I started tracing my family tree when I was a teenager. History is fascinating, and the opportunity to connect myself to it in some way was irresistible. Which is why, as a teenager, I found myself picking through overgrown cemeteries, haunting the historical society's library, and badgering my elderly relatives for details. This was a joint project with my mom, who was driven by the same interest in what happened before we were here.
This was all in the era before the internet, of course, and so getting access to the geneaological work of others was much more difficult. There were magazines to help, but no easily accessible, central repository of that work. So I did as much as I could, and drifted away from it when I went to college. I did find Eli Terry, who I posted about here when it occurred to me last week, for no real reason, to look for him on wikipedia.
Well, that and some e-mail discussions with an across-the-pond reader (Hi TP!) reawakened my interest. Perhaps, in the era of the internet, it would be possible to fill in the blanks I couldn't figure out in the 1980's. So I joined one of the big geneaology websites, and I've been researching these connections till the wee hours all week long. (I'm kind of tired this morning.) This time I'm doing my son's tree, which brings in a whole new slew of possibilities on Mr. T's side. According to my new work, Mr. T and I have strikingly similar lineages -- we are both from solid, salt-of-the-earth German and Swiss peasant stock. I haven't found a common ancestor (yet!) but several lines of our families were from the German communities in Pennsylvania.
But last night, I focused on a line on my dad's side. As the family lore goes, my father's grandmother appalled her very wealthy, well-bred family by marrying an intelligent, charismatic nobody. I had always wanted to know why that family thought so highly of itself. I had traced their lineage fairly far back, but had hit a wall back in the 80's. But last night, I was able to link into someone else's sources for part of this line, the Sheltons. Yay! Pay dirt! As I kept going, I found that the Sheltons came to America from England in the early 1600's. And I kept looking, until the woman popped up who married my ancestor John Shelton: Anne Boleyn. Wha? I checked the year -- born in 1475. So it couldn't be that Anne Boleyn. Moreover, that Anne was only married once and it didn't end well. So I looked at my Anne's parents. They were William Boleyn and Margaret Butler. Time for wikipedia. Turns out William Boleyn is the paternal grandfather of the Anne Boleyn, and my direct ancestress is the aunt of the Anne who was separated from her head courtesy of Henry VIII. And of course once you start following the Boleyns back you get to the Plantaganets and Henry II and Eleanor of Aquitaine.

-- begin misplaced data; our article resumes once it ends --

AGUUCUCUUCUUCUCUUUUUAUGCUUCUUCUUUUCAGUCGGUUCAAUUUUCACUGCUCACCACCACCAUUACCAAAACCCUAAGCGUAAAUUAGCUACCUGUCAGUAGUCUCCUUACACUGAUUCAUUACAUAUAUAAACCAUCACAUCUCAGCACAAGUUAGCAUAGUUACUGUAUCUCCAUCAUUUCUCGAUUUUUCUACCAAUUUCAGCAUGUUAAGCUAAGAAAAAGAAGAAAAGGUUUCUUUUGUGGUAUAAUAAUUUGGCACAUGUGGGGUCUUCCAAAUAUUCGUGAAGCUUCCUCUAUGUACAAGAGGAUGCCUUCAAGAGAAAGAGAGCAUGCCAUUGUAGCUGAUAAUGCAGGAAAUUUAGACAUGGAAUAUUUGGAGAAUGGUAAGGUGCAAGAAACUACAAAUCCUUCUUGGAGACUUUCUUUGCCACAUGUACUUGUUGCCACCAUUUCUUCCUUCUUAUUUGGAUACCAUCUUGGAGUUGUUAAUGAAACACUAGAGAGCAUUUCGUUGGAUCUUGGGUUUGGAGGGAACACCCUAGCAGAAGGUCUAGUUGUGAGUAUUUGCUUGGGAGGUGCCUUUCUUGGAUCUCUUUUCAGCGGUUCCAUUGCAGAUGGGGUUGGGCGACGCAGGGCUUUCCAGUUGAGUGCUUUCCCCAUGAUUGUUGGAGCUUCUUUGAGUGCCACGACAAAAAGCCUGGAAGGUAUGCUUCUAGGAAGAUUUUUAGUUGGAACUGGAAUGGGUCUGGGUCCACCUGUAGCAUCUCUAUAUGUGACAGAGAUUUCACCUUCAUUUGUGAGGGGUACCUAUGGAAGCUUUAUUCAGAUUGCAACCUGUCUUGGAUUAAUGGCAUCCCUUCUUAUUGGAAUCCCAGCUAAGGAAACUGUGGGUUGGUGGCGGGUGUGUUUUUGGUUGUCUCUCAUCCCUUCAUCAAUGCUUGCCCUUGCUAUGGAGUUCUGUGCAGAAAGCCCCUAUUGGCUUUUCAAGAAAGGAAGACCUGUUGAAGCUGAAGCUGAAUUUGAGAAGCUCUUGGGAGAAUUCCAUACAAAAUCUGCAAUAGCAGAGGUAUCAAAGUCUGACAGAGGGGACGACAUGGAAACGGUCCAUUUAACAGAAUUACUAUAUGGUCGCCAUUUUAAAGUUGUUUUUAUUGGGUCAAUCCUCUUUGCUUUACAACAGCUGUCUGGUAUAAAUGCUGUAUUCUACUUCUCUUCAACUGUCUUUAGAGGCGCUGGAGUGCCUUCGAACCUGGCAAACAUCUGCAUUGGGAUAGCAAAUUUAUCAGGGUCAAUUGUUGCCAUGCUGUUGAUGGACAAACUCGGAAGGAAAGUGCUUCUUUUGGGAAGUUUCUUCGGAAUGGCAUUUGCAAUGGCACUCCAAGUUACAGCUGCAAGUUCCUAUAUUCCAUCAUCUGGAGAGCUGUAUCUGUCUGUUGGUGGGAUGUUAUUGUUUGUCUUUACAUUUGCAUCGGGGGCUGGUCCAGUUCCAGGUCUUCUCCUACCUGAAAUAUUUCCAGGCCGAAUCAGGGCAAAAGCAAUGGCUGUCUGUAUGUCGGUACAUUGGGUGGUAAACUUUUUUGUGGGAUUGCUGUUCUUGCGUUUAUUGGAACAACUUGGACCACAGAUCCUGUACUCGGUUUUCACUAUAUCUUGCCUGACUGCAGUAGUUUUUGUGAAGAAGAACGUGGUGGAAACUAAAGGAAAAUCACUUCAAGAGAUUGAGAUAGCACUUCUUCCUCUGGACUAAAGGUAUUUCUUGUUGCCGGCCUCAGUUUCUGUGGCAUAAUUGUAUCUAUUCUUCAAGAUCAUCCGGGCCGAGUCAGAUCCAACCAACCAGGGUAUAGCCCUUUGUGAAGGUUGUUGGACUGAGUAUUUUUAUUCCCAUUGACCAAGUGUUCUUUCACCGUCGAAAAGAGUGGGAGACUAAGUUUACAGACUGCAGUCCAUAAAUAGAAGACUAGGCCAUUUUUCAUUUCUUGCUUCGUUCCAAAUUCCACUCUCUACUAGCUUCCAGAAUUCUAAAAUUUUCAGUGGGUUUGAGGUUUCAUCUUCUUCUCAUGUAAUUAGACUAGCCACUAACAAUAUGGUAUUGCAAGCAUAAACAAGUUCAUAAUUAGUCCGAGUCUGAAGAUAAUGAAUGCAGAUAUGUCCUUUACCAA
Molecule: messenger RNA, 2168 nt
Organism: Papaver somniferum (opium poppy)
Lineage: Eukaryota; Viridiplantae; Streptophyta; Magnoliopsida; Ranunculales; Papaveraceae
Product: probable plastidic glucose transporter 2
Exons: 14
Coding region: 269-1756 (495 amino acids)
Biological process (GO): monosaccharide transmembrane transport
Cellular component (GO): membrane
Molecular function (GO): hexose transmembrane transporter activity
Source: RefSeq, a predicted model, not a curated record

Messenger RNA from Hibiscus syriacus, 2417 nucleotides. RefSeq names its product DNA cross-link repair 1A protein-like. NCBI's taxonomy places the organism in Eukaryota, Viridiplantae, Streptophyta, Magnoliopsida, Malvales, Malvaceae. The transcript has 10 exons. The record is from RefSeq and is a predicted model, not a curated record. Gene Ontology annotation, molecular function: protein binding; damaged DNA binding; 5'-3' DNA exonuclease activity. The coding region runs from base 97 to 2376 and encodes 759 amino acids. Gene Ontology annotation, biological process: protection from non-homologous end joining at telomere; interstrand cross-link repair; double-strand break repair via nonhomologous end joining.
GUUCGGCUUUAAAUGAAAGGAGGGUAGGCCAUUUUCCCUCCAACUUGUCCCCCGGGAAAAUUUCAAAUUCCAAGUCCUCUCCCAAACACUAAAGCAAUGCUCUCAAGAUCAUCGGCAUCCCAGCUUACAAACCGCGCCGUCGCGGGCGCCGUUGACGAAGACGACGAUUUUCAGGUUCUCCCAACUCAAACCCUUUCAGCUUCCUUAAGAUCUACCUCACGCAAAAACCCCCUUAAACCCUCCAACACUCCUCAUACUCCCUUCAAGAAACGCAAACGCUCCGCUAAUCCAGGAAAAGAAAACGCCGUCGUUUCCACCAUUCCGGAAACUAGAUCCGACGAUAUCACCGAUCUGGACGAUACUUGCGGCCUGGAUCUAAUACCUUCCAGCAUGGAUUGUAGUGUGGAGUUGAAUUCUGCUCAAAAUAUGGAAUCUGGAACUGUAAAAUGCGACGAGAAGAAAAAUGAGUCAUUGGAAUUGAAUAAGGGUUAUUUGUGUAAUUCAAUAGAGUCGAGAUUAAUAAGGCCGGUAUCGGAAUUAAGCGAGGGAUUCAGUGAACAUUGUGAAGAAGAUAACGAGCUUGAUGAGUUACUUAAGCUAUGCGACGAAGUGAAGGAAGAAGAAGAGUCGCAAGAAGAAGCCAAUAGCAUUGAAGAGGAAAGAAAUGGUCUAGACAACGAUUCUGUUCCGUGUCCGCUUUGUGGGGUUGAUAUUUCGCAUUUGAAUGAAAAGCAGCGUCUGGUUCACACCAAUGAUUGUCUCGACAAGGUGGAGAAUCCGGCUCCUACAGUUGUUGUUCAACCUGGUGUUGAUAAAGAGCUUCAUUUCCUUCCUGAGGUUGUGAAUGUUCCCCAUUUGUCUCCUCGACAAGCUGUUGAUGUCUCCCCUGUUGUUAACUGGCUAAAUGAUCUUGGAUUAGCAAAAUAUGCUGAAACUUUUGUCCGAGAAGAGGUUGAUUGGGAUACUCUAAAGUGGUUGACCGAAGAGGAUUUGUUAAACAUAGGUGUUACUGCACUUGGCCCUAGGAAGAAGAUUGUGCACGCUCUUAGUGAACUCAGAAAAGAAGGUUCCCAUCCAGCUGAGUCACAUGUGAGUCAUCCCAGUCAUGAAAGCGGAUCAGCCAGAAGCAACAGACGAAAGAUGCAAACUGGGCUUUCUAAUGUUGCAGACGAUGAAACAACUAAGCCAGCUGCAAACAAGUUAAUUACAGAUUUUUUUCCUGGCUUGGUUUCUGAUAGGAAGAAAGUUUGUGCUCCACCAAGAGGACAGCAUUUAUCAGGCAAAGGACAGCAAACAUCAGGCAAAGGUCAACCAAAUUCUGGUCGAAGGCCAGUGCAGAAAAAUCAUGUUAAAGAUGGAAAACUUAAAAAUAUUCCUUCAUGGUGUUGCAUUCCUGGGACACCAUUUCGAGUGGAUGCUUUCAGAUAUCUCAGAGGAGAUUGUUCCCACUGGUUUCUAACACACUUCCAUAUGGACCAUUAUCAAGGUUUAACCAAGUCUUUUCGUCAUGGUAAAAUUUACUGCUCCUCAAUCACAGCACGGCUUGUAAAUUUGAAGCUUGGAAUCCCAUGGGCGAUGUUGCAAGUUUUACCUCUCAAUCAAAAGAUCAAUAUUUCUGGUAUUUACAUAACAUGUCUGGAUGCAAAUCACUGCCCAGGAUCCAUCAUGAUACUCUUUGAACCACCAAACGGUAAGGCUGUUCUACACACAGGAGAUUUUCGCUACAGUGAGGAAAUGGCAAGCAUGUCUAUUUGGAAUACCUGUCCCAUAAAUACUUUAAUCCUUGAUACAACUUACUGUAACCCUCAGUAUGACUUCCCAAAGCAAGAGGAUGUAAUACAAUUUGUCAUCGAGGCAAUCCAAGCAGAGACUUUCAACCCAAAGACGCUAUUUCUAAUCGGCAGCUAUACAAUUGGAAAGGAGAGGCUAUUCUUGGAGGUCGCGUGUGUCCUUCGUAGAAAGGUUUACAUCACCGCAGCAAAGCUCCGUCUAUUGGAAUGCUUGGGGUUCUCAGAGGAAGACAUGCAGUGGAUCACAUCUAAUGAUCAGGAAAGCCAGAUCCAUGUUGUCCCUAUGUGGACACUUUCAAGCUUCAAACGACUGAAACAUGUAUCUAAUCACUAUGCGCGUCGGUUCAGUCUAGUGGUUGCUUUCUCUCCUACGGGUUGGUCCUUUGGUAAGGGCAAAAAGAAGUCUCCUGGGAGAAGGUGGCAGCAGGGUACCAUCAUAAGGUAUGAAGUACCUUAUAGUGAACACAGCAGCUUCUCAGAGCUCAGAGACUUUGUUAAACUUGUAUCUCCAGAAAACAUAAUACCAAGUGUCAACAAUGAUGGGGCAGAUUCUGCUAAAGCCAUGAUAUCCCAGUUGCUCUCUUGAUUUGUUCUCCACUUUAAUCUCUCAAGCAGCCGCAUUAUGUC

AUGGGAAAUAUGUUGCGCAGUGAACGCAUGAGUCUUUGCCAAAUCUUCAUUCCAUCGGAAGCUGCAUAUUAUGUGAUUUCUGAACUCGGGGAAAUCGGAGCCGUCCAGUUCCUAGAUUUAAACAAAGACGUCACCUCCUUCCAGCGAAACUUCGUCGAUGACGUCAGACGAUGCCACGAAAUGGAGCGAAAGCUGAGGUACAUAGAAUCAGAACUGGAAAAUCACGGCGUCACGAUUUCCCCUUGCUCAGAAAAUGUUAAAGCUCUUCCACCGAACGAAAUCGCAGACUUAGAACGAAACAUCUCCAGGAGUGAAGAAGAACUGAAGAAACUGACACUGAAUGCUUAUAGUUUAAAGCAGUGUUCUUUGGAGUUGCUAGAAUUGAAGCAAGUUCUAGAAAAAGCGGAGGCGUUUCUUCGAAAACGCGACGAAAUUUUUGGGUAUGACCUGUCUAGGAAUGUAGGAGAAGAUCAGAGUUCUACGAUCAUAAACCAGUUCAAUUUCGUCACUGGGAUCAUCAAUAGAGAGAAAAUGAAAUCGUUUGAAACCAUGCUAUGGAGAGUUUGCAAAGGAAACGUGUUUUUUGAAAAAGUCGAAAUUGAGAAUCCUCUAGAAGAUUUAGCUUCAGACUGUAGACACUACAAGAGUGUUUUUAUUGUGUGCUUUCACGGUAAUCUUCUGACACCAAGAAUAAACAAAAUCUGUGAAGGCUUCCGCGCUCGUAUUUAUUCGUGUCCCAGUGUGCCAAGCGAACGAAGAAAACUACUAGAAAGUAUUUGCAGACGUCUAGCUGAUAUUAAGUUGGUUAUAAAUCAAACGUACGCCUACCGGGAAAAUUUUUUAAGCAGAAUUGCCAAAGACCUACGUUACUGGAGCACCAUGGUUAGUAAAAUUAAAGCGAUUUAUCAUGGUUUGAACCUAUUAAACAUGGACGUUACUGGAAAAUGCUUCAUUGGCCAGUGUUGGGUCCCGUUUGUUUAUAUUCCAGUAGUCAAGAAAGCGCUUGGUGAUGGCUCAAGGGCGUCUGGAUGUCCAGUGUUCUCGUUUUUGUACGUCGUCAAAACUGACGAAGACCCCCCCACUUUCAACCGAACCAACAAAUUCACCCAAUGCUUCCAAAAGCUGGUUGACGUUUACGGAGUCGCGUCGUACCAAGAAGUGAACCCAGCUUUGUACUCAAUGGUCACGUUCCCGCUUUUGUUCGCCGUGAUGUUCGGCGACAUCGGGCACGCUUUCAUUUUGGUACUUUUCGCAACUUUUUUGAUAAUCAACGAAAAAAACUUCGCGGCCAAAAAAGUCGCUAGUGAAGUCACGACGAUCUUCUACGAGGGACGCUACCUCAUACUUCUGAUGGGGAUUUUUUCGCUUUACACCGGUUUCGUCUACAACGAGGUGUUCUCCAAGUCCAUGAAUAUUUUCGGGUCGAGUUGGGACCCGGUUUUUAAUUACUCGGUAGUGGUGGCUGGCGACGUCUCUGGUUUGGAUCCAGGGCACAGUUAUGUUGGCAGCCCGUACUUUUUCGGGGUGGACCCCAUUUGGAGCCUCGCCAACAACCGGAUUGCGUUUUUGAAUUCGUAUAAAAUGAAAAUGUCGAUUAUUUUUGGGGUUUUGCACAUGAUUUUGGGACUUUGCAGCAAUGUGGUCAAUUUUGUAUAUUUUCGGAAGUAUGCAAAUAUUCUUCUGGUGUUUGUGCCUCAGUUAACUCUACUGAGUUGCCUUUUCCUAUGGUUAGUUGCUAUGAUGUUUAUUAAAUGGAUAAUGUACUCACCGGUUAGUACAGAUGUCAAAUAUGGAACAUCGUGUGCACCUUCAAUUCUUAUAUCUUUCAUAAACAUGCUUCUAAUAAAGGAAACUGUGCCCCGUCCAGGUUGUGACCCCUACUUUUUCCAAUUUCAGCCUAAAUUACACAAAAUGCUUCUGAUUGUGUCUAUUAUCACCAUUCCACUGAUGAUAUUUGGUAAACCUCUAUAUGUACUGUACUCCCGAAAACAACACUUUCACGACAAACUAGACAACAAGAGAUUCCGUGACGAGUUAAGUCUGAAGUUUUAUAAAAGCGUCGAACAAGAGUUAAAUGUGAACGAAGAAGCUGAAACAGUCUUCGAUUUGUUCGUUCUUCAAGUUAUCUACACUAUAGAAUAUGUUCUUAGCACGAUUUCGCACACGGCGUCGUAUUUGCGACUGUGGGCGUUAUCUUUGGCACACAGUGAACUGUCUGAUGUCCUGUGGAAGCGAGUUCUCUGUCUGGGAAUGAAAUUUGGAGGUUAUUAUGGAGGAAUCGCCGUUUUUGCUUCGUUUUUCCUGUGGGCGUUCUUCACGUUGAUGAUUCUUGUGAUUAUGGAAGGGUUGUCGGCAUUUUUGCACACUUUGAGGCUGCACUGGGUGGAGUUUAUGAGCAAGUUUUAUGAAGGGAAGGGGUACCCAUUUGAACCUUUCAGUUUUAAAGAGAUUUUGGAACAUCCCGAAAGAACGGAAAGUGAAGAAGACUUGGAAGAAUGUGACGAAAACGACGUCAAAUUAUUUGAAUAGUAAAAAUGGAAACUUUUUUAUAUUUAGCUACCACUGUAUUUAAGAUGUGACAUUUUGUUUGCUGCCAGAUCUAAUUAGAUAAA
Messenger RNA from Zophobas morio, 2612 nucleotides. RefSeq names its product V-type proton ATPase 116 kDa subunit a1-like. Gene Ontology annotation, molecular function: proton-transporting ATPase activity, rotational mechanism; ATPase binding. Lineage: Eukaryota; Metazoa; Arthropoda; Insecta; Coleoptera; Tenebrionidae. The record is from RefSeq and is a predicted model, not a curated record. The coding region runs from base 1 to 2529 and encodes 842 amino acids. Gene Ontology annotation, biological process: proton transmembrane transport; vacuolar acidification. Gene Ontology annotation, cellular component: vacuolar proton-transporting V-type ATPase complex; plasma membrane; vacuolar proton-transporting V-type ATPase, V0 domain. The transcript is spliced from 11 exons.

Ultimately, though, everyone in England and half the people in America can probably trace their ancestry to the Boleyns -- and certainly to the Plantaganets -- so it's really not a big deal. Plus you have all the caveats about proving each branch of the tree -- and googling around shows me that there are some documentary holes, though I'm not sure where they occur yet. But it's undeniably neat to think about a line from me directly to the Boleyn family. History in action!
Anyhoo, the Sheltons became the De Sheltons in the 1300's, and were apparently from a place called Shelton in Norfolk, England.
Also, in other news, it turns out Mr. T is Clark Gable's seventh cousin, once removed. This is fun.